Forget Disney World. All my 5-year-old daughter wanted for spring break was to spend some quality time with a pig.
Somehow, the child of two city people had become obsessed with farm animals, particularly the swine variety. While other little girls loved to watch princess movies, her top picks were either “Babe” or “Charlotte’s Web.” Nearly every library book that came home had a pig in it. Same with every picture she drew in the weekly art class she attended.
So when I heard that some farms in Lancaster County offered overnight stays, my first order of business was to find one with a pig. Easier said than done. The website http://www.afarmstay.com lists dozens of places where families can channel their inner Green Acres. Only two listed pigs among their animals. Of those, only one, the Olde Fogie Farm Bed and Breakfast in Marietta, Pa., has a functioning website.
And what a site! It was decorated with pink pigs. It claimed, “Our yard pig enjoys and cherishes every bit of your attention and conversation.” It even had a room called the Pig Pen. Unlike a lot of bed and breakfasts, which merely tolerate kids if they allow them at all, Olde Fogie’s seemed to know the wee ones were their bread and butter. Their site talked of letting the kids do chores.
I called Tom and Biz Fogie— yes, that is their real last name— and booked the Pig Pen for two nights in April. But first I had a couple of questions.
“How’s the pig’s health?” I inquired.
“Fine,” she replied.
Then she issued a warning. The pig was of the pot-bellied variety, not all that friendly, and not pink.
“He’s not like Babe, if that’s what she’s expecting,” Biz said.
I told her my daughter Maya didn’t care what color he was. To her, a pig was a pig.
We sent her a deposit check for $114 (the room costs $99 for adults, plus $15 for each child). For weeks, whenever Maya’s friends announced their spring break plans, she would cheerfully announce: “Well, I’m going to get to sleep on a farm, with a pig!” Even those going to Disney seemed in awe.
When we arrived at the Fogies’ after an 80-minute drive from Baltimore, I immediately congratulated myself on my choice: The farm is beautiful— and completely organic. The Fogies raise lamb and beef, and grow all the organic feed for those animals, which includes barley, corn and oats. The couple have planted lush flower gardens all over, with too many pig planters to count. A stream runs through the 20-acre property, ending near a large fish and swimming pond. There are two patios, a gazebo and a children’s playhouse. The barns next to the main house are home to horses, sheep, goats and cows. Across the way, we spotted a chicken coop, a bunny cage and two wary llamas.
It did not go unnoticed that we did not see the pig. But we had yet to check in.
Biz welcomed us warmly. Then, she looked over my six-month pregnant belly, a bit unsure of herself.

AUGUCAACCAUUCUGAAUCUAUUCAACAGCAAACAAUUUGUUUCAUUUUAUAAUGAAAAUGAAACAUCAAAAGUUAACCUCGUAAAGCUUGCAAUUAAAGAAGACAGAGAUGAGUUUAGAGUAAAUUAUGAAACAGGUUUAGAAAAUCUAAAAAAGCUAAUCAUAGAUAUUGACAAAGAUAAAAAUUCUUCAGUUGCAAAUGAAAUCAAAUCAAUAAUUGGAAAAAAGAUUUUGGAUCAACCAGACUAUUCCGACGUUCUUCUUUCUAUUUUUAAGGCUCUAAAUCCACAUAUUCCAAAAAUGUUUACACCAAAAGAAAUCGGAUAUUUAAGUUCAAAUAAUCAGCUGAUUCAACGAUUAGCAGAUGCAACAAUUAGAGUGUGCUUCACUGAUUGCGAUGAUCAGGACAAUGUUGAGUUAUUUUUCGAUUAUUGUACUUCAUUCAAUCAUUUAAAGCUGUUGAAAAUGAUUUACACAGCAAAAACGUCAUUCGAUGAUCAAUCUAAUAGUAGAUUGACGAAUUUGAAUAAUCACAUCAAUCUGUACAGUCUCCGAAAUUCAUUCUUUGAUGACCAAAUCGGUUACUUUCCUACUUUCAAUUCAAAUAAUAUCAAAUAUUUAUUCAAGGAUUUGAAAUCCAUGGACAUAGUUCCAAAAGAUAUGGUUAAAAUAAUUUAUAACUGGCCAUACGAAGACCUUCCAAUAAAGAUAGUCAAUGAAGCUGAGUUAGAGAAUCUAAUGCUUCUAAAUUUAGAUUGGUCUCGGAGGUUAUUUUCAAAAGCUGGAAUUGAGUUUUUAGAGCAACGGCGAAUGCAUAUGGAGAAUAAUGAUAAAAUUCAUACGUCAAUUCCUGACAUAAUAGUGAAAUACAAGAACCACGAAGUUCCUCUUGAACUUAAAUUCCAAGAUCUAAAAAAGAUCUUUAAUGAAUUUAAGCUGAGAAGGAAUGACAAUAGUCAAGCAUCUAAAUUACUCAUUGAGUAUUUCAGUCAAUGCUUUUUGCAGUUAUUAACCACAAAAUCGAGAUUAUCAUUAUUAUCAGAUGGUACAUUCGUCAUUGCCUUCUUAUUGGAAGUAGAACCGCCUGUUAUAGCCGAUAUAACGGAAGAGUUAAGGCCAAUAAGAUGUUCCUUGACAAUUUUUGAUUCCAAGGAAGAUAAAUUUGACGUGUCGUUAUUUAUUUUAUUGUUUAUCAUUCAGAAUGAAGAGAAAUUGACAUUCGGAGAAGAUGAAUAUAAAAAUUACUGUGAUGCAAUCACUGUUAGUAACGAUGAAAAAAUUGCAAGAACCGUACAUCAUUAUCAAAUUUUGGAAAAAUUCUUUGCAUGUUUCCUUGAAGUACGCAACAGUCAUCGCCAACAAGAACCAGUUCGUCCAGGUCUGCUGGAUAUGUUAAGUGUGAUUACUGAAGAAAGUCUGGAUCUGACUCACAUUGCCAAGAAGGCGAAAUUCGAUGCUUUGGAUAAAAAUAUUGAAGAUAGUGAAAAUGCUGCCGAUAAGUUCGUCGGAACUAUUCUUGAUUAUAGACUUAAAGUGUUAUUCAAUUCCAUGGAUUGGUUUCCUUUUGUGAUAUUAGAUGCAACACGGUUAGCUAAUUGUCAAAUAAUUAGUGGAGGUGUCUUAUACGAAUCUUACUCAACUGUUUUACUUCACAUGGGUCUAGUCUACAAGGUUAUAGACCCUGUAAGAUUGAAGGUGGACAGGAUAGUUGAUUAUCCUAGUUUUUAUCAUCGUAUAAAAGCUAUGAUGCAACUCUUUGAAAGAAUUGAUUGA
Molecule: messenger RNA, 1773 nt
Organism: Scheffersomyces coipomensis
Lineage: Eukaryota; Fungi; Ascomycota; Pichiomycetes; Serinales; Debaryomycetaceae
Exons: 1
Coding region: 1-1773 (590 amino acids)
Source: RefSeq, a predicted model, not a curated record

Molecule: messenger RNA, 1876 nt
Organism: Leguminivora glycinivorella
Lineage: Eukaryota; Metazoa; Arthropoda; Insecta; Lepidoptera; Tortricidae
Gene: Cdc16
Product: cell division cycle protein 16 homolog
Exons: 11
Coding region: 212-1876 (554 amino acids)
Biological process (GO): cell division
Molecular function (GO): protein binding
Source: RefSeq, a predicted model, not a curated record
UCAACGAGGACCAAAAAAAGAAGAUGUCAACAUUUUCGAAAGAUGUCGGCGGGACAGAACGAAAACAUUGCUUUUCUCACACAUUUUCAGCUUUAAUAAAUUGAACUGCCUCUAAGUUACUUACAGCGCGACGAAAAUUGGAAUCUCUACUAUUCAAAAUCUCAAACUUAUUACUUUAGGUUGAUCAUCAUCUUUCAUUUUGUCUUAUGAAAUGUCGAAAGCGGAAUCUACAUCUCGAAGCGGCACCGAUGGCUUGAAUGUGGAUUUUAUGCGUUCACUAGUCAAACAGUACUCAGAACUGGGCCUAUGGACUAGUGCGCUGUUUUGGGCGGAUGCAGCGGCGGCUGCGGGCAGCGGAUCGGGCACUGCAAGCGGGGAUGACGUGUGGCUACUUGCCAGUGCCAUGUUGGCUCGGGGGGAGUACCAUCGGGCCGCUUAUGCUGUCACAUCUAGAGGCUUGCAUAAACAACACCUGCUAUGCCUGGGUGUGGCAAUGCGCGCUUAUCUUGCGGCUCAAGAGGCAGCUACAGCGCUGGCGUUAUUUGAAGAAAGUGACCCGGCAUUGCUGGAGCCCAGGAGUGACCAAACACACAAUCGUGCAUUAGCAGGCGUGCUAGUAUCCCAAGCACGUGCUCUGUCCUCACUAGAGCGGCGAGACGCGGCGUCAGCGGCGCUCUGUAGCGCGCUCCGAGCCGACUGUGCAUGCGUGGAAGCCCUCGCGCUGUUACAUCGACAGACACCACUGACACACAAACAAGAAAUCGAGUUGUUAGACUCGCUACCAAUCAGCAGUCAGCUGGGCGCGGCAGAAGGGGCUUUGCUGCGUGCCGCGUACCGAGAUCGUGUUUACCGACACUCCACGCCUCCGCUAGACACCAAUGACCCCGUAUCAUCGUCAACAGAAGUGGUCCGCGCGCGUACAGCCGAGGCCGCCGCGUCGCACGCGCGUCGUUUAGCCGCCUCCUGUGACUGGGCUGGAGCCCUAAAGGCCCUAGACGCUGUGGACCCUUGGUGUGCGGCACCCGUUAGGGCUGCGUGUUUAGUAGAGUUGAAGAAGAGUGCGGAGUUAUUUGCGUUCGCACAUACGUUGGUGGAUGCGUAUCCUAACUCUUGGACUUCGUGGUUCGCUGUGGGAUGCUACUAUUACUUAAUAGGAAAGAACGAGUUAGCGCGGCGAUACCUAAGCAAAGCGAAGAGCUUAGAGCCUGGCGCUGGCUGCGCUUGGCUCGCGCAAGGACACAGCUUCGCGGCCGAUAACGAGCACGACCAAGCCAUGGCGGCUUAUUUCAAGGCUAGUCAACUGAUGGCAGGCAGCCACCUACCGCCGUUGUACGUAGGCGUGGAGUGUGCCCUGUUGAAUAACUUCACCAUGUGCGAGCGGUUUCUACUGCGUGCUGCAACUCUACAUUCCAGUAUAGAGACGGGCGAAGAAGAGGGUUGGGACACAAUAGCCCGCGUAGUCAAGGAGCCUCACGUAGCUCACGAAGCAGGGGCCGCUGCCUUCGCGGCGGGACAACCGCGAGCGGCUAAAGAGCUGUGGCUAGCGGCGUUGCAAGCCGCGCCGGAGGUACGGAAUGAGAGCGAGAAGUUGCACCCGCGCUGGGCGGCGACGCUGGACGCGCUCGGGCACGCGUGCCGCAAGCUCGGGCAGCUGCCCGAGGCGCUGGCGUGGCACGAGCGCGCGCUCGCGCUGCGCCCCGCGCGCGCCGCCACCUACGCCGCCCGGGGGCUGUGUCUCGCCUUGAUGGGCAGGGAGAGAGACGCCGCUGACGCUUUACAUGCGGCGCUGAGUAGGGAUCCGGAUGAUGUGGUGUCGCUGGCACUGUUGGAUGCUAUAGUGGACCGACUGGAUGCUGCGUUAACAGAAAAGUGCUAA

“We had a cancellation, so I’ve given you an upgrade,” she said.
She wasn’t kidding. Biz had put us in the Hayloft, a room two flights up in the back of the main house. Where the Pig Pen and its adjacent Garden Room are small, with one bed and a shared bath, the Hayloft was more like an apartment, with a full kitchen, two sleeping rooms and a bath with a claw-foot tub but no shower.
Normally, guests in the Hayloft and the other small apartment, called the Chicken Coop, don’t get breakfast; instead, they get fresh eggs in the morning to cook on their own. But because we had booked the Pig Pen, Biz said we could still join her for breakfast in the main house. Good thing, because my husband would declare those meals of pancakes, fresh fruit and sausages to be one of the trip’s highlights.
The uphill climb to the Hayloft was a bit of a strain, but the view was great. And we appreciated the kitchen; there is a grocery store five miles away in Mount Joy to stock up on essentials.
After settling in, I got down to business with Biz. Where was that pig?
And that’s when she told me that, between the time I booked our stay and the time we arrived, Nerd the Pig had gone on to the Great Mudpile in the Sky.
We broke it to Maya straight, and she took it hard. But pretty soon we had her focused on all the other animals.
She got to gather corn cobs for the bunnies and collect the breakfast eggs. She even fed a bottle to a voracious calf— good practice for when her little sister comes. Eventually, she stopped mourning “her pig.” It helped that two other families with young children were guests the same weekend we were there. It also helped that the area is packed with fun-filled kid activities. Hersheypark and its adjacent chocolate factory, the Dutch Wonderland amusement park and the Strasburg Rail Road are all a short drive away.
The Fogies have welcomed visitors for 25 years, and their guest books are filled with happy testimonials from people who return year after year. Recently, when I called to book a return stay, Biz gave me some good news to pass on to Maya: The Fogies have two new baby pigs.
Babies? Should be pretty safe. But I learned my lesson. I won’t tell Maya until we arrive.
Rona Kobell writes for the Chesapeake Bay Journal.